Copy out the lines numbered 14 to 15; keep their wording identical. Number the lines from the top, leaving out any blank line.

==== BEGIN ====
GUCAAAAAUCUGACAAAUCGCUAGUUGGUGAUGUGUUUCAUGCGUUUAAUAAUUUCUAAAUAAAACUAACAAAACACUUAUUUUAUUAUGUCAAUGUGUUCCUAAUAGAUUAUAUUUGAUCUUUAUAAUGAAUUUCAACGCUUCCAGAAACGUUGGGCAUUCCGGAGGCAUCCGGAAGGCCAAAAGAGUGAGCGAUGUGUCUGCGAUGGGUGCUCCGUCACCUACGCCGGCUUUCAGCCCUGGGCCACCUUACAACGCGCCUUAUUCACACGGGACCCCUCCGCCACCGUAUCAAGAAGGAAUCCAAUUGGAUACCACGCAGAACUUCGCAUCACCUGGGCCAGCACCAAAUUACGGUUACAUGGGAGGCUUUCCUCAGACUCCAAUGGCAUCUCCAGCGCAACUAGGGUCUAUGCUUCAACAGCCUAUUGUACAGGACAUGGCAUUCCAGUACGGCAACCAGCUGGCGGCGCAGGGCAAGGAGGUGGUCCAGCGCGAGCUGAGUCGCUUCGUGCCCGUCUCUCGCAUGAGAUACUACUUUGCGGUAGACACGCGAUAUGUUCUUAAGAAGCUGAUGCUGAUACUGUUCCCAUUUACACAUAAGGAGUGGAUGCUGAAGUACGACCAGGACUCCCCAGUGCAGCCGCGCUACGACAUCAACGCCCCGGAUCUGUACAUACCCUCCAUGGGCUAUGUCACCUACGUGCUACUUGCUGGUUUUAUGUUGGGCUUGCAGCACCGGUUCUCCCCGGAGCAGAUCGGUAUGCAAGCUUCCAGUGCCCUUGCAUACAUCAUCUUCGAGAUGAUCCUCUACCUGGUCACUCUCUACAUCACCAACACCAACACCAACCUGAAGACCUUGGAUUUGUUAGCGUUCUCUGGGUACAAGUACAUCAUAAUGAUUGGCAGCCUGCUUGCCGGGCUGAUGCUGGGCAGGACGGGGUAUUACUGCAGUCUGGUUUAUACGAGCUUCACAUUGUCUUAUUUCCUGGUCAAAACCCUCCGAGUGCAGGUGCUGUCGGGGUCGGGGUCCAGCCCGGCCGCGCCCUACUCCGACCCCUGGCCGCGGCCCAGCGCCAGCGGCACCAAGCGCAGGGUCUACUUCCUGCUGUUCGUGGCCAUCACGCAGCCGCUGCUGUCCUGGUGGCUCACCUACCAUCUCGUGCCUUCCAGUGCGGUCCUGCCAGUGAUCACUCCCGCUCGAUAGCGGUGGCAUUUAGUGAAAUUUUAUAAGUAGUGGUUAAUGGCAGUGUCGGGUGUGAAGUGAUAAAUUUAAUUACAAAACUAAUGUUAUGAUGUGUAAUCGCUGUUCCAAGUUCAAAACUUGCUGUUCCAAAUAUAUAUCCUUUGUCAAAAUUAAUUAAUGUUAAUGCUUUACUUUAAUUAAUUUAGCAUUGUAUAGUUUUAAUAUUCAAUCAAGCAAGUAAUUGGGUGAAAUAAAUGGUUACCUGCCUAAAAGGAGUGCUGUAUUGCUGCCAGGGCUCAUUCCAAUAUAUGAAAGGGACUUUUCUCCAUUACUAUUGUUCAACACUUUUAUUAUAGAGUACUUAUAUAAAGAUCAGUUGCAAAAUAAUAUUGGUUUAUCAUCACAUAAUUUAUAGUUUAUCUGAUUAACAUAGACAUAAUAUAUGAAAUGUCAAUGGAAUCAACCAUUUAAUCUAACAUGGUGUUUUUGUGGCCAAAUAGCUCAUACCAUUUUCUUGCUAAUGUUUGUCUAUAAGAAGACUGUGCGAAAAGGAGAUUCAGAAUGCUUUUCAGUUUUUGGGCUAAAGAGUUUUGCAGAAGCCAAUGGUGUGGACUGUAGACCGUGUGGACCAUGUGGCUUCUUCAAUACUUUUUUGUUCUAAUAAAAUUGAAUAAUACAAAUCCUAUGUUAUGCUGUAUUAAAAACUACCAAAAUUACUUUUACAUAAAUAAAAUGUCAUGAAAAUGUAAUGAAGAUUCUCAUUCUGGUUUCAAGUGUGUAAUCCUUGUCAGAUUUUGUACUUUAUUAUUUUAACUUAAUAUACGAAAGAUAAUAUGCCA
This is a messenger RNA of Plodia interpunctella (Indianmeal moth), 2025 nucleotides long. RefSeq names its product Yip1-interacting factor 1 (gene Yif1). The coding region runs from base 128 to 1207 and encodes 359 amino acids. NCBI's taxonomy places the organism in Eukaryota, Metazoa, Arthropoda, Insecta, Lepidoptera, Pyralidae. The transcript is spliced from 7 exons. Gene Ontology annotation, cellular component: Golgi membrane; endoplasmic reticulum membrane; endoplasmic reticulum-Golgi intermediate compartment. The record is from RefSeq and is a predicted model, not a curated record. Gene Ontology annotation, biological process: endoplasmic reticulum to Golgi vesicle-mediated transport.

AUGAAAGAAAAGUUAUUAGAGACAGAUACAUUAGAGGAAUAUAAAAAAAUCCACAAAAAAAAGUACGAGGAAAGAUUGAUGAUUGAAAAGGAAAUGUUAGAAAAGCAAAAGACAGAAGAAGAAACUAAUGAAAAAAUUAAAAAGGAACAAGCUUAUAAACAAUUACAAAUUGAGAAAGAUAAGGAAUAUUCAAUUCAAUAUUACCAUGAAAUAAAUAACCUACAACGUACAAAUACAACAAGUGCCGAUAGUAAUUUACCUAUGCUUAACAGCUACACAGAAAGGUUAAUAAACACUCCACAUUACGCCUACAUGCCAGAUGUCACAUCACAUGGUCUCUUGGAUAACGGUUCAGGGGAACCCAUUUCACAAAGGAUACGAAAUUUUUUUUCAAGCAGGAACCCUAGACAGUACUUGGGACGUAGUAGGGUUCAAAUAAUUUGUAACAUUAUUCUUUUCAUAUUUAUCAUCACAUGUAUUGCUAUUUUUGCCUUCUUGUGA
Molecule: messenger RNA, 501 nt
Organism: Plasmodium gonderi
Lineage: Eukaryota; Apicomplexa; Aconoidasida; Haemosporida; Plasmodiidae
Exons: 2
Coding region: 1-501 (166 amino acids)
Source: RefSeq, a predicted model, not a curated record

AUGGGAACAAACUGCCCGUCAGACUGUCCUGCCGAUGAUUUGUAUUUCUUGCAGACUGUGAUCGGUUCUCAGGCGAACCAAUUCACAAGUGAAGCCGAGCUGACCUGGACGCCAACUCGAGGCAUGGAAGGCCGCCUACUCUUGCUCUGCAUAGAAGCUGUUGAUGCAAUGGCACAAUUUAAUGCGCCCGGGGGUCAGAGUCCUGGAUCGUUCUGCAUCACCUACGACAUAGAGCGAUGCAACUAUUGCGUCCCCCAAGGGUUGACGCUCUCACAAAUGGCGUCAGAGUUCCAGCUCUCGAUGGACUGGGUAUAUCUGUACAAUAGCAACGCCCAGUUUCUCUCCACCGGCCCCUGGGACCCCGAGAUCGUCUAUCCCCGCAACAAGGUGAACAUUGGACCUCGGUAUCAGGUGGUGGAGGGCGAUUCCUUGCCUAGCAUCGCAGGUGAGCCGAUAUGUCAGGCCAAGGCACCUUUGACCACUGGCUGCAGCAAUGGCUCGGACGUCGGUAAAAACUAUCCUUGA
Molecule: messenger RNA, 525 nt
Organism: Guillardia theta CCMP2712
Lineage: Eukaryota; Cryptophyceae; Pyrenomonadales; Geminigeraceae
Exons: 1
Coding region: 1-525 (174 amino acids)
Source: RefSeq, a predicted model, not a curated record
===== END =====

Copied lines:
Exons: 1
Coding region: 1-525 (174 amino acids)